Rethinking the politics of the gaze is a challenging critical endeavor, and Campt acknowledges this from the start. The gaze, she states, is “steeped in white male desire as a privileged perspective of viewing and lodged so profoundly in the logic of the plantation" (23). The theory of the gaze is famously associated with feminist film studies scholar Laura Mulvey’s 1975 essay “Visual Pleasure and Narrative Cinema.” Mulvey theorized the gendered dynamics of visuality within patriarchy, but this theory also applies to other practices of visual domination, including the long histories of police surveillance of criminalized subjects and colonial representation practices that serve to legitimize conquest. Campt questions if the gaze is even “capable” of serving the theoretical foundation of her book while casting her attention on Black theorists whose work supports the concept of “a Black gaze,” specifically bell hooks and Manthia Diawara. These theorists posit that the dynamics of the gaze is not a totalizing force while foregrounding the potential for Black resistance within visuality’s hold. Historically oppressed subjects have dared to look back (what hooks deems “the oppositional gaze”) and thus have asserted their own subjectivity and agency for self-identification. As a theorist of Black studies and visual culture, Campt embraces the strong impact that the notion of the gaze has in contemporary art and media discourse and explores the potential to invest it with a new power.
The subject of Campt’s “a Black gaze” is not necessarily consumed by viewers, but rather is part of a complex aesthetic landscape that confronts viewers’ expectations and tendencies to passively consume images. A common quality across the featured artist’s divergent practices is that they demand viewers to work and grapple with their own position to and complicity with anti-Black violence. Campt’s use of the indefinite article—a Black gaze instead of a singular and closed the Black gaze—asserts the polyvalence of this new theory. She states, “It is at once a critical framework, a reading apparatus, a term that defines an artist’s practice, and a mode of spectatorial mediation that demands particularly active modes of watching, listening, and witnessing” (21).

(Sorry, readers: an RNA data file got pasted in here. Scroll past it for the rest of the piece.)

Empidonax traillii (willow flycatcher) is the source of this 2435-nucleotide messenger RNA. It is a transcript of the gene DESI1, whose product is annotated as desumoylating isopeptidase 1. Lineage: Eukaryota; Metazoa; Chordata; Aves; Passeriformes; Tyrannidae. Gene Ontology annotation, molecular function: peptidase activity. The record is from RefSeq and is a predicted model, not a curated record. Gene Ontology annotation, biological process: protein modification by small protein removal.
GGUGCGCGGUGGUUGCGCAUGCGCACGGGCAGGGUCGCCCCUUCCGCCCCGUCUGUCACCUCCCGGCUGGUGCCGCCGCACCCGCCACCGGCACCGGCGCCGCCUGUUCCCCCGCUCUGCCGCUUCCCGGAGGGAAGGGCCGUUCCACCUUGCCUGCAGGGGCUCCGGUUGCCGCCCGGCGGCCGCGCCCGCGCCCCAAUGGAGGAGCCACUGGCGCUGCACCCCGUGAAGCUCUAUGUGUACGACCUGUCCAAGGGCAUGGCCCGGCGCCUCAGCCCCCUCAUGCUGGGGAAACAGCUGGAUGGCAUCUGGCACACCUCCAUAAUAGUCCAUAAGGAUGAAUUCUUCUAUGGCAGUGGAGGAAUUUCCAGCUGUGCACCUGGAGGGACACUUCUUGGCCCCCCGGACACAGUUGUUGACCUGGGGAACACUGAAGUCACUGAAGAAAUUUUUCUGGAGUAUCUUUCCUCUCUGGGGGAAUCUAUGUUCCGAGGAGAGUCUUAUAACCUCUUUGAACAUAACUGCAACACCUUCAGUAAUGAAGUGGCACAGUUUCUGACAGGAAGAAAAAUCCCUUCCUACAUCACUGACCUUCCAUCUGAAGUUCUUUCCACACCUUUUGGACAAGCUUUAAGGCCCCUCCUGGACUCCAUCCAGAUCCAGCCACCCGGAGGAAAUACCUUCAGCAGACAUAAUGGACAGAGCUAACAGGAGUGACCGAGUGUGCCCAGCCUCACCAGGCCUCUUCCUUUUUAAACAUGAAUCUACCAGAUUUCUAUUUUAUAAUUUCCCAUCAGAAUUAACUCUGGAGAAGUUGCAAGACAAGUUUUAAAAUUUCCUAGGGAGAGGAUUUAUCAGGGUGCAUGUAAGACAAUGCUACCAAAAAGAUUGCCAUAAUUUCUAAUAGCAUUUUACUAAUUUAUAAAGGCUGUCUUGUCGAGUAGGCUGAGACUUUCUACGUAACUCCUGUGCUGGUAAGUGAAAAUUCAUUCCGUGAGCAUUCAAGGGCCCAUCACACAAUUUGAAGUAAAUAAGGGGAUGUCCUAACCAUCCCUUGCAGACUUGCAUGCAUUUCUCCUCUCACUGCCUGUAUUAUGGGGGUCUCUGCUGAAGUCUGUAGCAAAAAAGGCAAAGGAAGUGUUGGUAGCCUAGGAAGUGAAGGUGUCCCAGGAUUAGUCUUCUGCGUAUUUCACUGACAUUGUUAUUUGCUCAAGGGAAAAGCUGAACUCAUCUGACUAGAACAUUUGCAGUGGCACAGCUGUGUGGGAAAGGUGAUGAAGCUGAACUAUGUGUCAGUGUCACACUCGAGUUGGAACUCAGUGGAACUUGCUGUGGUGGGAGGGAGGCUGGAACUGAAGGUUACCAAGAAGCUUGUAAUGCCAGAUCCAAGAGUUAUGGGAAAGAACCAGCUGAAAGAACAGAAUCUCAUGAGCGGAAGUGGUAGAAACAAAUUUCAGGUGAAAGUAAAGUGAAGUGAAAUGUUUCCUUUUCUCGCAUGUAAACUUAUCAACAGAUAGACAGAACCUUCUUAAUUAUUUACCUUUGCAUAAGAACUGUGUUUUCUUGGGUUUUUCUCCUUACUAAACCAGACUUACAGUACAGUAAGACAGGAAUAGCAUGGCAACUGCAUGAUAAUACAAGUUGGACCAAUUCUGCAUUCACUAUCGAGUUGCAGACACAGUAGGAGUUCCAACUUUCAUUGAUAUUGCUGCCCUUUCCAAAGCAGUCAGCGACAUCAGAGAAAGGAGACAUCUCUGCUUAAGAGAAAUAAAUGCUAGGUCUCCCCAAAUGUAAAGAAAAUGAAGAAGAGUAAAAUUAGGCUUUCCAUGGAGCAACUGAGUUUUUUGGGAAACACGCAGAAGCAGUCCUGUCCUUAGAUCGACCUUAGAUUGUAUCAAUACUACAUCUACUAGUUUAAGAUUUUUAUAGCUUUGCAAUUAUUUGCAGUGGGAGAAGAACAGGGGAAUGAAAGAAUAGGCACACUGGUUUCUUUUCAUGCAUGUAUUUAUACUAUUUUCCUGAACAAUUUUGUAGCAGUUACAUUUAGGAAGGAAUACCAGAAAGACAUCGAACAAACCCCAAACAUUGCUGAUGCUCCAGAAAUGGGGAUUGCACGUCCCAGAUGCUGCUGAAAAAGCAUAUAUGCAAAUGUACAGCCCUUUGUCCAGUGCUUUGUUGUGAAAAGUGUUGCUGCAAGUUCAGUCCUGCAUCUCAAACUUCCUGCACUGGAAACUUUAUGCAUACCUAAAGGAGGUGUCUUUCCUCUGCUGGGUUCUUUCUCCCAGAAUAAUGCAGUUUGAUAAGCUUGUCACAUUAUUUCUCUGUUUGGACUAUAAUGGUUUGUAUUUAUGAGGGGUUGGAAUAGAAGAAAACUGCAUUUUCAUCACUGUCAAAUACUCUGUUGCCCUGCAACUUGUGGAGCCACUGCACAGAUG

“Verse One: The Intimacy of Strangers” is dedicated to the life-size photographs of the artist Deanna Lawson. Referencing rich histories of studio portraiture and quotidian snapshot photography, Lawson’s images are both captivating and uncomfortable. They juxtapose the familial spaces of living rooms and bedrooms—with patterned curtains, floral bedsheets, casually displayed family paraphernalia—with highly staged bodily poses and choreographed contortions. (We are told that the Los Angeles artist Noah Davis advised Lawson to “go big.”) Famously, the subjects of Lawson’s photographs look directly and impenetrably into the camera. “Rather than viewing them, we are viewed by these subjects instead” (36), writes Campt. The unwavering quality of their gaze conveys a refusal to be consumed—refusal being a generative strategy to protect and sustain worlds that are systematically under attack. These are images of marginalized working-class Black subjects who are not straining to justify their own legitimacy nor are they defined by the proximity to whiteness. Instead, they are “imaged so unapologetically on its own terms” (39).